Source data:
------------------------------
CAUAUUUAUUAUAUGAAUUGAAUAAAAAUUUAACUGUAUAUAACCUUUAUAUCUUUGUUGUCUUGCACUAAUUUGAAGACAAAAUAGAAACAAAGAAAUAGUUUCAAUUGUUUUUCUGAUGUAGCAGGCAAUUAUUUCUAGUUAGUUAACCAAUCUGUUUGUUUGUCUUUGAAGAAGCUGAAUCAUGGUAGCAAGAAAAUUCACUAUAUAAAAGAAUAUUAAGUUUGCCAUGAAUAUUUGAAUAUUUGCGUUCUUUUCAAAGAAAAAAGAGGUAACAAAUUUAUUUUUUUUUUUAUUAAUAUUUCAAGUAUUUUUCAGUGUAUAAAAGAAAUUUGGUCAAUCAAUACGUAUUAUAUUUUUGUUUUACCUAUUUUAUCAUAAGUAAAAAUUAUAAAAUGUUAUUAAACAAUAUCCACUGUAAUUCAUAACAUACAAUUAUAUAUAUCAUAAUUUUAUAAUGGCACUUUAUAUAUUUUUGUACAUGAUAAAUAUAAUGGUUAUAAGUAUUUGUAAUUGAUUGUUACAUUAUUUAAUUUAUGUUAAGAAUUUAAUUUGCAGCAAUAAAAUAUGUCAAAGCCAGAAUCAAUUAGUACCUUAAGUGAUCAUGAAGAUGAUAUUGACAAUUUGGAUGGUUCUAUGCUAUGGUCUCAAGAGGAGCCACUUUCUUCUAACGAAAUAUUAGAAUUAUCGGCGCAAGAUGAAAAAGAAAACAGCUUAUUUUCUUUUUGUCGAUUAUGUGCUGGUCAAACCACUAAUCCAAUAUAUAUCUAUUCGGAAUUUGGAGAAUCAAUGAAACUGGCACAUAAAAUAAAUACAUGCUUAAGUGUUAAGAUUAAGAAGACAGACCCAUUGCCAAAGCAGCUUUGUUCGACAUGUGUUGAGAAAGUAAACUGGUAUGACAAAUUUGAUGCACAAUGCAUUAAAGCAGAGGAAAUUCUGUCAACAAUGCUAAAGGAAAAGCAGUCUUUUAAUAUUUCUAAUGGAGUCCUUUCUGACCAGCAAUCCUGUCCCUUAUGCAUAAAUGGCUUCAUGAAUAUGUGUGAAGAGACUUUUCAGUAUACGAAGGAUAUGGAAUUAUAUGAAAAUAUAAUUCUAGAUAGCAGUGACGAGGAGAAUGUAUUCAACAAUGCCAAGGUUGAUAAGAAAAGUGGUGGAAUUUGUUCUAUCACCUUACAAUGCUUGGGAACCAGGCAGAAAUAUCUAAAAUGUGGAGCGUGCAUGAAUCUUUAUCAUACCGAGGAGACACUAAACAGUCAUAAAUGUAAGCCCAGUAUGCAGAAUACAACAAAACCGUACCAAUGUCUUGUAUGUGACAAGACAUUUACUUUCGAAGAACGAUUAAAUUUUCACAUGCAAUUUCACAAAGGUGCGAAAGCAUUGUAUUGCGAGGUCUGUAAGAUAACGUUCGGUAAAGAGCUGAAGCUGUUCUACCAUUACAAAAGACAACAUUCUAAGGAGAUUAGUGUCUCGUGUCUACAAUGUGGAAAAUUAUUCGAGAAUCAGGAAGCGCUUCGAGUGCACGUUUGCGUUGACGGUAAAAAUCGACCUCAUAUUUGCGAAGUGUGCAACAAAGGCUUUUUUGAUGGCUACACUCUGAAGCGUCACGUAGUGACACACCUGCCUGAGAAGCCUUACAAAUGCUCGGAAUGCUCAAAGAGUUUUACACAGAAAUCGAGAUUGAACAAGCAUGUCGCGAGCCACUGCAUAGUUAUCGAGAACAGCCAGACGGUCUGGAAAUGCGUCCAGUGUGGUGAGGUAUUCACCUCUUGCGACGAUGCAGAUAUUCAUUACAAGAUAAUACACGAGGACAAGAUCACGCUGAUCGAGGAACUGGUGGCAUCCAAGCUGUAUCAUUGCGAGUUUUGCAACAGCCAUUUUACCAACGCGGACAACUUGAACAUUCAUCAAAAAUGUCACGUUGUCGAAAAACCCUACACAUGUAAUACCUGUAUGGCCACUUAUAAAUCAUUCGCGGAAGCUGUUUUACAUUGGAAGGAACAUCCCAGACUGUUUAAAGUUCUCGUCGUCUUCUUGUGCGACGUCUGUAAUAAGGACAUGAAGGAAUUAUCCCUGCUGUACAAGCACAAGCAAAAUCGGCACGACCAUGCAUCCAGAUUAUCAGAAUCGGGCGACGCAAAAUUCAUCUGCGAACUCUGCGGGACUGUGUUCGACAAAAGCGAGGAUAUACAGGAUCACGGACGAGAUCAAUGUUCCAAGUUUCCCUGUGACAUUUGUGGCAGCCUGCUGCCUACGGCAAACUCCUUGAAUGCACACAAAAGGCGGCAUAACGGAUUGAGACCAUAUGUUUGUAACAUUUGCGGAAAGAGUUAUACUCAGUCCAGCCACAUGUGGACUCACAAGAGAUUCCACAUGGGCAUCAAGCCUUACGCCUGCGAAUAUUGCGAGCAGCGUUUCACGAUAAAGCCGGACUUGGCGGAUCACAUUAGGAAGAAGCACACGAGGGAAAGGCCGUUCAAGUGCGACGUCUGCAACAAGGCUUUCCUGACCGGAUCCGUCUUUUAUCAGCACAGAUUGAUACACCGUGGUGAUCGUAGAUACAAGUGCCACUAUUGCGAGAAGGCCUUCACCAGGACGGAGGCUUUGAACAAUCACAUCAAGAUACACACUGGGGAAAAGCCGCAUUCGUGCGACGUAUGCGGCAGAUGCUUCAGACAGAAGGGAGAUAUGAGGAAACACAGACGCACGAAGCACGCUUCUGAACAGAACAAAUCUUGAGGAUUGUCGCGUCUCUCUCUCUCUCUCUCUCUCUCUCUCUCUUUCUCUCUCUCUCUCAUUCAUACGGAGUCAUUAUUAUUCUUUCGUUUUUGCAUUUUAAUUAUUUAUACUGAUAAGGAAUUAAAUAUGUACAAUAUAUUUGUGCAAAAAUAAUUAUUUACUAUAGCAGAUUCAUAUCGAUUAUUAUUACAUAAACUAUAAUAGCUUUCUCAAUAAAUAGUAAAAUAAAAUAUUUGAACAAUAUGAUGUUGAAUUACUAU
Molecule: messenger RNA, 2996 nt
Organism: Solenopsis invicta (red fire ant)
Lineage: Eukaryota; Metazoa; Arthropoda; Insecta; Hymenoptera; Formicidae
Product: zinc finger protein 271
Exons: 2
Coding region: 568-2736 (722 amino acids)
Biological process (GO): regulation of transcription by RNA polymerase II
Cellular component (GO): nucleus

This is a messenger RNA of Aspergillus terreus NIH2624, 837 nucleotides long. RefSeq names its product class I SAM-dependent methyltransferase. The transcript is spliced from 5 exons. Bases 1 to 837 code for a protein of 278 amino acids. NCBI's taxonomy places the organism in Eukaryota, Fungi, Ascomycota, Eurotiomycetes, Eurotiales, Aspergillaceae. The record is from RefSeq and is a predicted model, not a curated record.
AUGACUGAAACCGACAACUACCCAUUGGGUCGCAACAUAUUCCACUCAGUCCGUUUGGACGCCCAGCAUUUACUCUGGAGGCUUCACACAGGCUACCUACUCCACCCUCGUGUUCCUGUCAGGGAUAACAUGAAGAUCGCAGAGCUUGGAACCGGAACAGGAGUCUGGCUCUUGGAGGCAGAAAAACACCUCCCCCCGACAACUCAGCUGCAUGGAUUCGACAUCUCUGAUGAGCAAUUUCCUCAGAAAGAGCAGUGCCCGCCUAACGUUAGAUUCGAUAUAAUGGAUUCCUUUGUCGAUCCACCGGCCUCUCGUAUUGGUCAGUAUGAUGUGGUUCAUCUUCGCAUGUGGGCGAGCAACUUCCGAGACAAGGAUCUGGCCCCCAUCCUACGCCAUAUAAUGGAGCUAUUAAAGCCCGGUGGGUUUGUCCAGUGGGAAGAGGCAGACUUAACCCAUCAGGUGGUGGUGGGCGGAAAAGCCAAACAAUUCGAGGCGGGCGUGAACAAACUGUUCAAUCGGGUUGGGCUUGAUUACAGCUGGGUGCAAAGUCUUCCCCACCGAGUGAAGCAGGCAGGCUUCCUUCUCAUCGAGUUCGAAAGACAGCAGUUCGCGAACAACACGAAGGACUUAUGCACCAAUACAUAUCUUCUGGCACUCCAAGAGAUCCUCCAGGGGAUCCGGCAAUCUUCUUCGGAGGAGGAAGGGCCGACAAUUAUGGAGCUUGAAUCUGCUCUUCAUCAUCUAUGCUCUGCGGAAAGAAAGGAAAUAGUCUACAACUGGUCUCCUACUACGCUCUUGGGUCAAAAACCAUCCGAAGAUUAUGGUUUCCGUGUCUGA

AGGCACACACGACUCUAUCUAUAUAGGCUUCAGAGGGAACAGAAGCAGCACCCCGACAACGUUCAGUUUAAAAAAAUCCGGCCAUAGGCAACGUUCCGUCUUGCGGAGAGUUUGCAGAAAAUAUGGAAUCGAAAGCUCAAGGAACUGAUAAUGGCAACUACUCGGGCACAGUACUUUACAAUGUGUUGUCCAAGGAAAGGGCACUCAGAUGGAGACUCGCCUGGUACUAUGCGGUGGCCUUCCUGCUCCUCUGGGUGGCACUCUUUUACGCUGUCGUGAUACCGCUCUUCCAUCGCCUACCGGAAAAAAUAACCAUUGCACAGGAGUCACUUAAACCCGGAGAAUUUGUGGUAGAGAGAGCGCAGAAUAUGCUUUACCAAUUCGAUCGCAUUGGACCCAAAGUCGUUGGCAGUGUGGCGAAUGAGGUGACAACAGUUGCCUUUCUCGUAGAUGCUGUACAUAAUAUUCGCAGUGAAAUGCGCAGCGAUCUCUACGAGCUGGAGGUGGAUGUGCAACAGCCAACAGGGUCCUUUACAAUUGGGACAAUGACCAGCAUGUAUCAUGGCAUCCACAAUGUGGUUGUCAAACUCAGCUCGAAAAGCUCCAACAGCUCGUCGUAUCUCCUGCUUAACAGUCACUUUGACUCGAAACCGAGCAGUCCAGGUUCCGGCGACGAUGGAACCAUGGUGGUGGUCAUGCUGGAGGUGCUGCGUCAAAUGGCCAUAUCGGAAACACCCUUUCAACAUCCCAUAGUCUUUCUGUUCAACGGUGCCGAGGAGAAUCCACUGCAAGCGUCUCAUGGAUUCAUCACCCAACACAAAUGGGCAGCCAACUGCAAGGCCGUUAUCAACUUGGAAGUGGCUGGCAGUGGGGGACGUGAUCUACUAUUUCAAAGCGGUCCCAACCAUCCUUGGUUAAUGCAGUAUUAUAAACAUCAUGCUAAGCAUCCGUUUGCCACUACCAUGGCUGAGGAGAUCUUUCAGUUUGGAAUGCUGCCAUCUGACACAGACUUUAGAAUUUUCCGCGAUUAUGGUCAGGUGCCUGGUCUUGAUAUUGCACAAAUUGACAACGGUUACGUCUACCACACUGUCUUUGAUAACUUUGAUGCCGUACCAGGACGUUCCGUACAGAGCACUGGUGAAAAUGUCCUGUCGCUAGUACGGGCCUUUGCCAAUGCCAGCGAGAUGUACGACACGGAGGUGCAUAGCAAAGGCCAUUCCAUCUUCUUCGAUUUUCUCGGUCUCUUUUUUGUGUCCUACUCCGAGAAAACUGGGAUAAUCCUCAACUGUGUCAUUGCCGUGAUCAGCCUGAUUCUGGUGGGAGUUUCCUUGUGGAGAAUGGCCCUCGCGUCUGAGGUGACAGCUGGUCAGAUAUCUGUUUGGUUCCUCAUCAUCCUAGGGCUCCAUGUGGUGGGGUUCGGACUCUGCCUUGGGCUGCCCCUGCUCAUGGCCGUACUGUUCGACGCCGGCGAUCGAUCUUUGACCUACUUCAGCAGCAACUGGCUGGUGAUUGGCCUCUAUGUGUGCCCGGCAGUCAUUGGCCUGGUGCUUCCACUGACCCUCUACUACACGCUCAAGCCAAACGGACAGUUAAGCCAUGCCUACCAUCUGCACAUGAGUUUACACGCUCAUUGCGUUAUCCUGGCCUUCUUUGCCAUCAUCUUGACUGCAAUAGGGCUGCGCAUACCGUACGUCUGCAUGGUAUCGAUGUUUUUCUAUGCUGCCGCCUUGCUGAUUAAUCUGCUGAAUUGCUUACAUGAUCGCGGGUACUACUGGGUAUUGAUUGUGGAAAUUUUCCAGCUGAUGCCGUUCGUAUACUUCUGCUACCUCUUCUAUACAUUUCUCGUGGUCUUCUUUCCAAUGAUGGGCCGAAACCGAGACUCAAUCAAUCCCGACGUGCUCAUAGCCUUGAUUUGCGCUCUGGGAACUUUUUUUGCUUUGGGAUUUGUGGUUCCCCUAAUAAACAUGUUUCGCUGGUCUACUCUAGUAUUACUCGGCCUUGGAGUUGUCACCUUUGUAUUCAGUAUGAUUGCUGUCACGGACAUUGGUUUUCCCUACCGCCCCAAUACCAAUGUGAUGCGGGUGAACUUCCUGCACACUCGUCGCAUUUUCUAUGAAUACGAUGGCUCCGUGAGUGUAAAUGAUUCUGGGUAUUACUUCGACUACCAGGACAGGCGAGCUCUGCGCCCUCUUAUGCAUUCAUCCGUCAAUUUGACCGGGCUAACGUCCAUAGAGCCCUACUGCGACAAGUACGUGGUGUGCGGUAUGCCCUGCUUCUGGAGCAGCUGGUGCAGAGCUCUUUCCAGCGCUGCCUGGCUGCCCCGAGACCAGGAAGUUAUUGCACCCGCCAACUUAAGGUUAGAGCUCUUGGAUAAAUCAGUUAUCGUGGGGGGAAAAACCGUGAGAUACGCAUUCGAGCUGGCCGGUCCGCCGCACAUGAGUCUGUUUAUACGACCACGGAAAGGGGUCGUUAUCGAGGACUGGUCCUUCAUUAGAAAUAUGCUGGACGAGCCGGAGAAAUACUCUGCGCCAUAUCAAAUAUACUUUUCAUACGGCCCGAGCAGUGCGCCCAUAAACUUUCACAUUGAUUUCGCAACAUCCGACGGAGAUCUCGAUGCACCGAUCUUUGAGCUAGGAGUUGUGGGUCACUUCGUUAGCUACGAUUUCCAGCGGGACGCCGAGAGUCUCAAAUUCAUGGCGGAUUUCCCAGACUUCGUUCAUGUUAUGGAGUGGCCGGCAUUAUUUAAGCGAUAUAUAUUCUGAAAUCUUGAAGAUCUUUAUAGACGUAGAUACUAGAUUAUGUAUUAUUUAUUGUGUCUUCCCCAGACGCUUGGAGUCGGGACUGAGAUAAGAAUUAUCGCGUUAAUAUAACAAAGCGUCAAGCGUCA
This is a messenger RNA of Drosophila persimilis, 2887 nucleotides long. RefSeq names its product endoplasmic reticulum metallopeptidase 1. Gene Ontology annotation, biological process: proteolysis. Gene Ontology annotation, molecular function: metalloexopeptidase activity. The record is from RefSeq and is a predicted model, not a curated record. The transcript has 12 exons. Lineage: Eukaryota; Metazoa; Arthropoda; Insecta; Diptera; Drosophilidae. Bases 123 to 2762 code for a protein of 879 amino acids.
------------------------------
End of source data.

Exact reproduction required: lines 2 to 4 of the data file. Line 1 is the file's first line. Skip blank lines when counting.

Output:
Molecule: messenger RNA, 2996 nt
Organism: Solenopsis invicta (red fire ant)
Lineage: Eukaryota; Metazoa; Arthropoda; Insecta; Hymenoptera; Formicidae